Animals in Research: Animals in Cosmetic Testing
In the 16th century the French Philosopher Rene Descartes suggested that non-human animals could not reason and therefore do not feel pain (All, 1998). Yet still, others were not convinced of this theory and criticized the moral integrity of such claims. In defense of animals, Jeremy Bentham states: “The question is not, can they reason? Nor, can they talk? , but, can they suffer? (All, 1998)” In the modern era, the twin forces of technology and science coupled with the growth of capitalism fuels the ongoing debate as to whether animals should be used in research.
Animal rights activist would argue that organizations promoting animals in research are driven by profits and have little regard for the psychological and/or physical well-being of the subjects; while the organizations in question are likely to associate their investments as potential stepping stones for the advancement of humanity. In between the two arguments, there are those who acknowledge the great benefits of animal research but oppose the obsessive and careless use of animals in laboratories, especially with proven alternatives readily available.
This would suggest that profit motives are imminent and nowhere else is this more apparent as in the cosmetic industry. The origins of product testing on animals stemmed from a 1933 incident involving a woman using Lash Lure mascara (All, 1998). After receiving some of the chemicals in her eye she suffered severe injuries causing blindness and subsequently death. This sparked the Federal Food, Drug, and Cosmetic Act in 1938 which protected the public from unsafe cosmetics (All, 1998).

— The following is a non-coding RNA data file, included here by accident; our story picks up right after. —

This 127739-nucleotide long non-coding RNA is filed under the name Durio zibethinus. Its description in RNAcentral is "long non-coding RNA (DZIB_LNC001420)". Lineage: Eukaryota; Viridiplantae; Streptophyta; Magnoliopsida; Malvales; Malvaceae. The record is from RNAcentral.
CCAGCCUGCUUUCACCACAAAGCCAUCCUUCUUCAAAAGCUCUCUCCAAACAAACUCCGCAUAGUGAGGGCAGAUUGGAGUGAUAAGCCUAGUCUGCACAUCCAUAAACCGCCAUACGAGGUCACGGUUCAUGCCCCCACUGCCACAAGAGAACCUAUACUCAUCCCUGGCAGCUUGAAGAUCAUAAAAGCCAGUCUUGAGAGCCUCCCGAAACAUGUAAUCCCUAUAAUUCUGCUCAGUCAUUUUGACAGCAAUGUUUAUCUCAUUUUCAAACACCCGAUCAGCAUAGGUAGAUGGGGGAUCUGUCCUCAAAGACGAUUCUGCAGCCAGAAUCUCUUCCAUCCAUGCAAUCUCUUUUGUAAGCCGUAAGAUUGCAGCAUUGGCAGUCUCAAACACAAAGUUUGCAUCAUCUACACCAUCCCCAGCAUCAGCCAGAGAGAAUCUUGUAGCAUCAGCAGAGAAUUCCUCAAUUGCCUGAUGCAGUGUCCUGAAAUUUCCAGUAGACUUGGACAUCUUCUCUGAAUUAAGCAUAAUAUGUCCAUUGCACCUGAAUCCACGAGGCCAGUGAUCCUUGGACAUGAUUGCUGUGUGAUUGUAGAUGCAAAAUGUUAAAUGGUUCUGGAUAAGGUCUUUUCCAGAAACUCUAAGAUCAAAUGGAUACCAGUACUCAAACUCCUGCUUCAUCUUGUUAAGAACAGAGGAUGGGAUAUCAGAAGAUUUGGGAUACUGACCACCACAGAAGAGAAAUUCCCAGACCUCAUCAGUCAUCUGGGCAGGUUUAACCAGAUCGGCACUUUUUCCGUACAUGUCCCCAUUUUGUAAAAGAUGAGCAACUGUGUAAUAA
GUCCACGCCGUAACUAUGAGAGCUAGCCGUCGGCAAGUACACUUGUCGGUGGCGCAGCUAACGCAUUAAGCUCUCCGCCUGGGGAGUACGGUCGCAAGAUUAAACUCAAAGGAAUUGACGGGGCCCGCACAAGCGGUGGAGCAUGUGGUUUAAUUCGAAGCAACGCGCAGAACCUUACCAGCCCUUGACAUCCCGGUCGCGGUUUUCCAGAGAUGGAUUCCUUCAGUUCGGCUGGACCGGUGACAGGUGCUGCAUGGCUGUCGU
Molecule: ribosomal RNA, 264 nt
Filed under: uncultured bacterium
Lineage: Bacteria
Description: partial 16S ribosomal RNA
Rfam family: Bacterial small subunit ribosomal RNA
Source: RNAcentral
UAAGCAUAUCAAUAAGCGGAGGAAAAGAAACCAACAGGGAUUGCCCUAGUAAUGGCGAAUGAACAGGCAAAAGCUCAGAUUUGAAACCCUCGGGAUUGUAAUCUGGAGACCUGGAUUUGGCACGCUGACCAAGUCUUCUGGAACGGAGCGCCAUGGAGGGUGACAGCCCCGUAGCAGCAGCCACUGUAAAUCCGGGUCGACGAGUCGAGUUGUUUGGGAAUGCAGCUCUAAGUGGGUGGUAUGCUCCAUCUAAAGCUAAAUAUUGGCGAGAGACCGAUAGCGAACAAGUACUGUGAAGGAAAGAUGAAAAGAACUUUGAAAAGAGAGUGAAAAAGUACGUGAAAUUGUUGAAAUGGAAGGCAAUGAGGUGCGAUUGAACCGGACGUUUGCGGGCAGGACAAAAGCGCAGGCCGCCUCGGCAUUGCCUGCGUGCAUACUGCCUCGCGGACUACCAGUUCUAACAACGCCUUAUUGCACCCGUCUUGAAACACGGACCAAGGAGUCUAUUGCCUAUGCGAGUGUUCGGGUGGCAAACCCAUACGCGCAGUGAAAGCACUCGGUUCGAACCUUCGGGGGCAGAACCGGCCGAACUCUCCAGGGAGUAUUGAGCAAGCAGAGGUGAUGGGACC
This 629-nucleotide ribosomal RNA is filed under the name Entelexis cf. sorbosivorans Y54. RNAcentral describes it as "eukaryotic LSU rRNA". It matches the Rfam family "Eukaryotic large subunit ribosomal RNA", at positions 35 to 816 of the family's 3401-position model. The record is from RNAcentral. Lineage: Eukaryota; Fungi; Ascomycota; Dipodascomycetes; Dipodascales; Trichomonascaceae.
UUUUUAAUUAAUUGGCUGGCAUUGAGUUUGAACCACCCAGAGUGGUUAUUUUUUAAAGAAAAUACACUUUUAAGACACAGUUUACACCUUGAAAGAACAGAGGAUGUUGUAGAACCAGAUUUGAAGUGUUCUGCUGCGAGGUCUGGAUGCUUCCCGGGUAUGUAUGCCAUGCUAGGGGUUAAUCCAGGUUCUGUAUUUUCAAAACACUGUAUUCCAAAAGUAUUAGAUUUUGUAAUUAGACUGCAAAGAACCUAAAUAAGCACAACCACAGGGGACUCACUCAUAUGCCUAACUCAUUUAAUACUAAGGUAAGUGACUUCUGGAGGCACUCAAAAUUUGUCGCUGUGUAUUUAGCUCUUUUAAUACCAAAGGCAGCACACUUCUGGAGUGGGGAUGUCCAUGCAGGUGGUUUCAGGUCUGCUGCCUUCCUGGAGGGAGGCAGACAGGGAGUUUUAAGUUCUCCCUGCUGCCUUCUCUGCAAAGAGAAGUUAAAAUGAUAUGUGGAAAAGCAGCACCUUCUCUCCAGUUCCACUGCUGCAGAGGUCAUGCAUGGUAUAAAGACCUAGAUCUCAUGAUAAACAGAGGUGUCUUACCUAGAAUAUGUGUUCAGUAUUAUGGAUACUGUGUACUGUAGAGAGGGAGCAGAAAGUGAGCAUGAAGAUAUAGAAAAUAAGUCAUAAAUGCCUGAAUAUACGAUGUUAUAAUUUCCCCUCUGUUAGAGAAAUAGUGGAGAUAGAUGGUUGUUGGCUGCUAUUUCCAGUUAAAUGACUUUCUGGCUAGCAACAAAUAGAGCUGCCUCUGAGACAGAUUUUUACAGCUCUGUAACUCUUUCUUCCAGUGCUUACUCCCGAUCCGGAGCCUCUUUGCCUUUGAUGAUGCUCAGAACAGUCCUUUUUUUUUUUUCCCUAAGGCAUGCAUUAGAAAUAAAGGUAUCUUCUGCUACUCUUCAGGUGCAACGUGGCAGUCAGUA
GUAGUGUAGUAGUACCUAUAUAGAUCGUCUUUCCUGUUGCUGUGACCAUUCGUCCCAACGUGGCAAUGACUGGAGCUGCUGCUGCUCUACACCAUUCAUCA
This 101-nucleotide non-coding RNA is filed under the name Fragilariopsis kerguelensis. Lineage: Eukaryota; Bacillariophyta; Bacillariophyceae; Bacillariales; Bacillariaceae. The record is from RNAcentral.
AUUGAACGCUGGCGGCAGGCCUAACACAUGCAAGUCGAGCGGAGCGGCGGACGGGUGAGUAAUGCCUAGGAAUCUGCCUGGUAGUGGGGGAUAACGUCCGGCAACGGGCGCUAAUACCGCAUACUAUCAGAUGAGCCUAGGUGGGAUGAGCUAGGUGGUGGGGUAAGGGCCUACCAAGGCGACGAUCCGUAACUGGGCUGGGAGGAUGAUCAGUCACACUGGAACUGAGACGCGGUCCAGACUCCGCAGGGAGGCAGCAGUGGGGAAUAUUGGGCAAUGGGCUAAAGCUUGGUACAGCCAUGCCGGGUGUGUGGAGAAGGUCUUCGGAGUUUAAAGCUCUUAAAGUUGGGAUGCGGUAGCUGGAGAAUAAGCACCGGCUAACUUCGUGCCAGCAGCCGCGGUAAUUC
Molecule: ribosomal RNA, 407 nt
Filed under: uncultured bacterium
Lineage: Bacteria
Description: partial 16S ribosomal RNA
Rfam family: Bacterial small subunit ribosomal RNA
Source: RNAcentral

As a consequence of this act, corporations with huge investments in these products had to introduce ways of protecting their consumers. The use of animals in research for cosmetic products has become a popular and relatively inexpensive method to ensure public safety, however, at the cost of animals. From the view of corporate owners, animal testing on their products ensures that human lives are not at risk. They would argue that animals killed in their laboratories are no different than those killed in slaughter houses or livestock.
Ultimately these functions serve to increase the quality of life for humans. Depending on what animal rights activist you talk to the responses will vary in the degree of departure from such claims. One variant maintains that animals should receive the same level of regard as humans and should be excluded from any form of human cruelty regardless of any potential benefits. Others are less stringent but still maintain that animals are killed beyond the level of necessity for humans and experiments are driven by profit motives rather than compassion and consideration.
Such evidences are apparent in some standardized procedures of cosmetic testing. The Draize Tests are used to test household products for potentially harmful chemicals. In the Draize Eye Irritancy test, animals, usually albino rabbits, are given drops of the product’s solution in their eyes often causing irreparable damage to the subjects (Woods, 2001). The rabbits are then killed to account for any internal damage done by the chemicals (A. Miller, 2001).